Wardrobe savings tips
For working moms with style
If your primary occupation over the last few months (or years) required more bedtimes than deadlines, you're not alone. According to the U.S. Census Bureau, an estimated 5 million women classified themselves as stay-at-home moms in 2010. Yet, that figure is down from just two years earlier as more mothers return to the workforce.
For any mom taking on new 9 to 5 with duties that go beyond diapers and dinner, your wardrobe will likely need a makeover. However, sprucing up your business style doesn't have to drain your kids' college funds nor limit your options.
Here are 8 tips to help you update your wardrobe with fashionable work-wear on a budget.
1. Scope Out Consignment Stores
Back when you were expecting, consignment shops were goldmines for inexpensive maternity wear. Lucky for you, they're also a great resource for professional attire. Sell some of your gently-used maternity wear and stock up on business basics including blazers, slacks and pencil skirts. For tips on navigating consignment racks, check out this article <http://www.womansday.com/style-beauty/fashion-style/how-to-be-stylish-for-pennies-104716> from Woman's Day.
2. Shop for Shoes Online
Ultimately, footwear is one of the most important parts of a professional wardrobe. Despite the sheer joy of finding that perfect pair of black-patent pumps, shopping with a toddler is often a trying experience. Avoid the department-store drama and shop online at e-retailers like Endless or Piperlime, who offer free shipping both ways. Alternatively, find free shipping codes for Macy's and other popular retailers from sites like FreeShipping.org.
3. Think Simplicity
You obviously can't afford a series of tailor-made suits, but you can afford a few simple pieces you can dress up or down, as the situation requires. Button-up blouses are a must and can be found on the cheap at Target, Old Navy and other discount retailers. And don't forget cardigans – find a few in your most flattering colors to wear all year long.
4. Avoid Trendy
Keeping up the trends is expensive and you'll often end up with a closet full of unwearable items from last scene. Go for the classics and use accessories to showcase your inner trendsetter — think freshwater pearls, stud earrings and a tangerine handbag. For more inspiration, consult the 12 Jewelry Trends for 2012 <http://www.jckonline.com/blogs/style-360/2011/12/27/12-jewelry-trends-2012> from JCK Magazine.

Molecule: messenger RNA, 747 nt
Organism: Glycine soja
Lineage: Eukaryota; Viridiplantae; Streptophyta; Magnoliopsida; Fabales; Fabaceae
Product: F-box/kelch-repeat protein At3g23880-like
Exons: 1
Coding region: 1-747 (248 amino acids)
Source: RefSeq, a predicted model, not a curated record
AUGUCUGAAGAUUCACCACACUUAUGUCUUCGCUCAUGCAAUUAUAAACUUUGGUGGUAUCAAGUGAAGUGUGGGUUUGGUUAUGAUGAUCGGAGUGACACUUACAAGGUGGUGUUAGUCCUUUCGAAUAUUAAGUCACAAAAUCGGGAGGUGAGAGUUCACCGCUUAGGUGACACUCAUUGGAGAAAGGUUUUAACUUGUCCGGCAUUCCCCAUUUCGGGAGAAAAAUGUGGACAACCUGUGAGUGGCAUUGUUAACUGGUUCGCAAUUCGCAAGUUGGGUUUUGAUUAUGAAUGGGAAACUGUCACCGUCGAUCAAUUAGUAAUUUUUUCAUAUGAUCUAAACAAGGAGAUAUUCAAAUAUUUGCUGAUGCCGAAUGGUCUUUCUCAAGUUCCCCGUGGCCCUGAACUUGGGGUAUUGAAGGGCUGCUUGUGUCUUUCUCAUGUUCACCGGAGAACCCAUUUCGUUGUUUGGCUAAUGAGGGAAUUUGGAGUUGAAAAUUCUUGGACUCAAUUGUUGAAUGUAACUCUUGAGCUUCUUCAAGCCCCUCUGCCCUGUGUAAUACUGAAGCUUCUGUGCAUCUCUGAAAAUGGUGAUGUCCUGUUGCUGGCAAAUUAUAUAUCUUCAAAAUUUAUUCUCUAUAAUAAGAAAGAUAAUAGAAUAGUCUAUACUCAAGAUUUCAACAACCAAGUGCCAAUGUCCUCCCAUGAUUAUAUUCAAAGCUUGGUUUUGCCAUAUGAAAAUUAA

5. Keep it Clean
Cleanliness is next to godliness, or at least next to a good first impression. No matter the quality or cost of your clothes, it's vital they remain clean and pressed at all times. You can reduce dry cleaning costs by avoiding such items altogether or using the home-laundry packets readily available at your grocery store.
6. Gauge the Office Culture
You'll feel really uncomfortable in a formal suit if the business owner is sporting jeans and a graphic tee. Many younger entrepreneurs encourage a more relaxed look, so it pays to gauge the office culture before heading into an interview. If the company website doesn't yield any insight, talk to the hiring manager about the office dress code when you schedule the interview.
7. When in Doubt, LBD
The last thing you want to deal with during a job interview is insecurity over your appearance. If you're struggling over what to wear, keep it simple with a little black dress. This versatile piece can be paired with a blazer and smart pumps for corporate cultures, or with a bright cardigan and layered necklace for more casual environments.
8. Swap Your Maternity Clothes
If you have friends or family members who recently announced they're expecting, it's time to dust off your maternity clothes and consider a swap. Ask the new mom to be if she has any business attire that she would be willing to exchange for your pregnancy wear.
Andrea Woroch <http://www.andreaworoch.com/about/> is a consumer and money-saving expert for Kinoli Inc. As a nationally recognized media source, Andrea has been featured among top news outlets such as Good Morning America, NBC's Today, MSNBC, New York Times, Kiplinger Personal Finance, CNNMoney and many more. She is available for in-studio, satellite or skype interviews and to write guest posts or articles.